Robinson, Highlands pioneer, dies at 68 | AspenTimes.com
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Robinson, Highlands pioneer, dies at 68

The man you can thank for cutting many of the runs on Aspen Highlands died on Sunday after working at the popular locals’ mountain for 45 years.

Don Robinson was a familiar face for generations of workers on the mountain. A friend of the mountain’s original owner, Whip Jones, Robinson was senior vice president of mountain operations for 37 years. For the past eight years he was the mountain’s trail director.

“Everyone knew Don because he’d been there forever,” said Ron Baar, an Aspen resident and most recently an employee of Robinson’s at Highlands. “People would say, ‘Is Don still there? I worked for him 20, 30 years ago.'”



Born on the Crystal River Ranch in Carbondale in 1935, where his parents Fred and Ida Mae Robinson ran sheep for the ranch owner, Robinson lived in the Roaring Fork Valley his entire life. He was diagnosed with lymphoma in June and died after undergoing various rounds of chemotherapy. He was 68.

It was once estimated that Robinson cut more than 70 of the runs when the ski area was first being created. Jones worked with Robinson building the Smuggler Lodge in Aspen, and when he bought the lower part of the T Lazy 7 Ranch from Had Dean in the mid-’50s, he took Robinson with him to create the new ski area.




His namesake run is a difficult trail stretching on skier’s left from the Cloud 9 Bistro down to the Park Avenue run.

“He ran all the bulldozers ” the heavy equipment was really his forte,” said Mac Smith, Highlands ski patrol director. “He could make a bulldozer talk. He had a lifetime of being productive and not hurting himself or the machinery even on the most steep bits ” that’s saying something.”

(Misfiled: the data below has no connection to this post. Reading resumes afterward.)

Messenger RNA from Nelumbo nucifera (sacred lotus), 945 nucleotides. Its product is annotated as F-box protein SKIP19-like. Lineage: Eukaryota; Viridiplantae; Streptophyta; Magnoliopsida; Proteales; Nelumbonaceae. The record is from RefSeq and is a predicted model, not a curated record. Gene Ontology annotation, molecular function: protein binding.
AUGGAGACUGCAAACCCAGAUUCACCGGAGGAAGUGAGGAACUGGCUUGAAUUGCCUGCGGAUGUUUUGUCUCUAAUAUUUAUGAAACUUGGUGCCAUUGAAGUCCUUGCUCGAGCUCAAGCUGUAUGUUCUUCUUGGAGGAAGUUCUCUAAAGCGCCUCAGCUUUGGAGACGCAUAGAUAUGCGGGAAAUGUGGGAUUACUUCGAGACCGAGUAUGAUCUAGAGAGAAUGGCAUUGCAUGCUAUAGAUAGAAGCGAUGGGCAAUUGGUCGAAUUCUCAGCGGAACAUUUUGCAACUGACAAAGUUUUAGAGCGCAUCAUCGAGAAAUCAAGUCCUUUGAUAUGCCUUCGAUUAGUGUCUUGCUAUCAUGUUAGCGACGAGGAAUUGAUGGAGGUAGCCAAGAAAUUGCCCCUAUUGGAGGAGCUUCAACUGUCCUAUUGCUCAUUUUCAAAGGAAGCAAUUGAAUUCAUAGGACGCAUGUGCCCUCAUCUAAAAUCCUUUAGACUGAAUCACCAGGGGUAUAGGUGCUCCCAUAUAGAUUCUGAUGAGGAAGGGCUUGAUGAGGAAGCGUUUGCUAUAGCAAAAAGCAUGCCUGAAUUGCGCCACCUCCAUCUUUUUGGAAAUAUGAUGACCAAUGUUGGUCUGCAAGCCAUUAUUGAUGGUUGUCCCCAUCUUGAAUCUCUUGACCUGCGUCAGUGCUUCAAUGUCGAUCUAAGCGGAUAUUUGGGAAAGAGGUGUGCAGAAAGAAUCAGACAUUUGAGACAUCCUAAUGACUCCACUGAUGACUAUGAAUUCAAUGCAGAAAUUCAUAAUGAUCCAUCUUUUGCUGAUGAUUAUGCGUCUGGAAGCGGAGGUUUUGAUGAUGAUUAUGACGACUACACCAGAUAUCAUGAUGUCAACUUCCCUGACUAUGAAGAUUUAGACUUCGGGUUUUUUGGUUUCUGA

A lover of the outdoors, Robinson actually didn’t learn to ski until Aspen Highlands was up and running ” and then he learned from the best. Olympic gold medalist Stein Erickson taught Robinson how to ski there, and Erickson’s award-winning techniques rubbed off.

“It was a good job, and it raised our family and paid for our home,” said Janet Robinson, Don’s wife since May 15, 1955. “Our kids skied free there. Our boys ski very gracefully like their dad did.”

Janet Robinson also had an occasional hand in Aspen Highlands operations ” she was counted on to repair ski suits for the workers in the ski area’s earliest days. Just a couple of years ago she was called on again when the jackets for snowmakers arrived, with their hoods sewed on backward.

“Don said, ‘My wife will take care of that,’ so he brought them all home, and I fixed them,” she said.

It was the sort off attitude her husband always had about his work, where “if he said he’d do a day’s work for you, he’d actually do a day and a half.”

“He worked to the very end, and he was always an upbeat person,” Smith said. “More than that ” he was a hard worker who was always impatient about how [a job] could get done in a day. And he ran this mountain with very little people in the days of Whip Jones.”

Smith said he considered Robinson a father figure, since Smith was just 19 years old when he began working with him 31 years ago.

“I think Don would say his main accomplishment was being a good Christian ” he’s been training for that final exam for years, and I’m sure he aced it,” Smith said, chuckling. “He was a great family man ” he raised four kids right, who are very respectful and polite. I think that’s his greatest accomplishment.”

Robinson was a member of Gideons International and enjoyed singing at the First Assembly of God Church in Glenwood Springs, where he was a longtime member. He was also a self-taught musician, playing guitar and steel guitar.

Robinson is survived by his wife, Janet, of Carbondale; by sons and daughters-in-law Don and Diane Robinson Jr. and Steve and Robin Robinson, all of Silt; by daughters and sons-in-law Kristin and Ray Ortiz of New Castle, and Kara and Mike Teague of Silt; and by seven grandsons and five granddaughters.

A memorial service is planned for 11 a.m. on Friday at the First Assembly of God in Glenwood Springs, 923 Pitkin Ave.

Memorial contributions may be made to Gideons International, P.O. Box 140800, Nashville, TN, 37214-0800 or to the Roaring Fork Hospice, P.O. Box 1970, Glenwood Springs, CO 81602. Farnum-Holt Funeral Home is in charge of arrangements.

[Naomi Havlen’s e-mail address is nhavlen@aspentimes.com]


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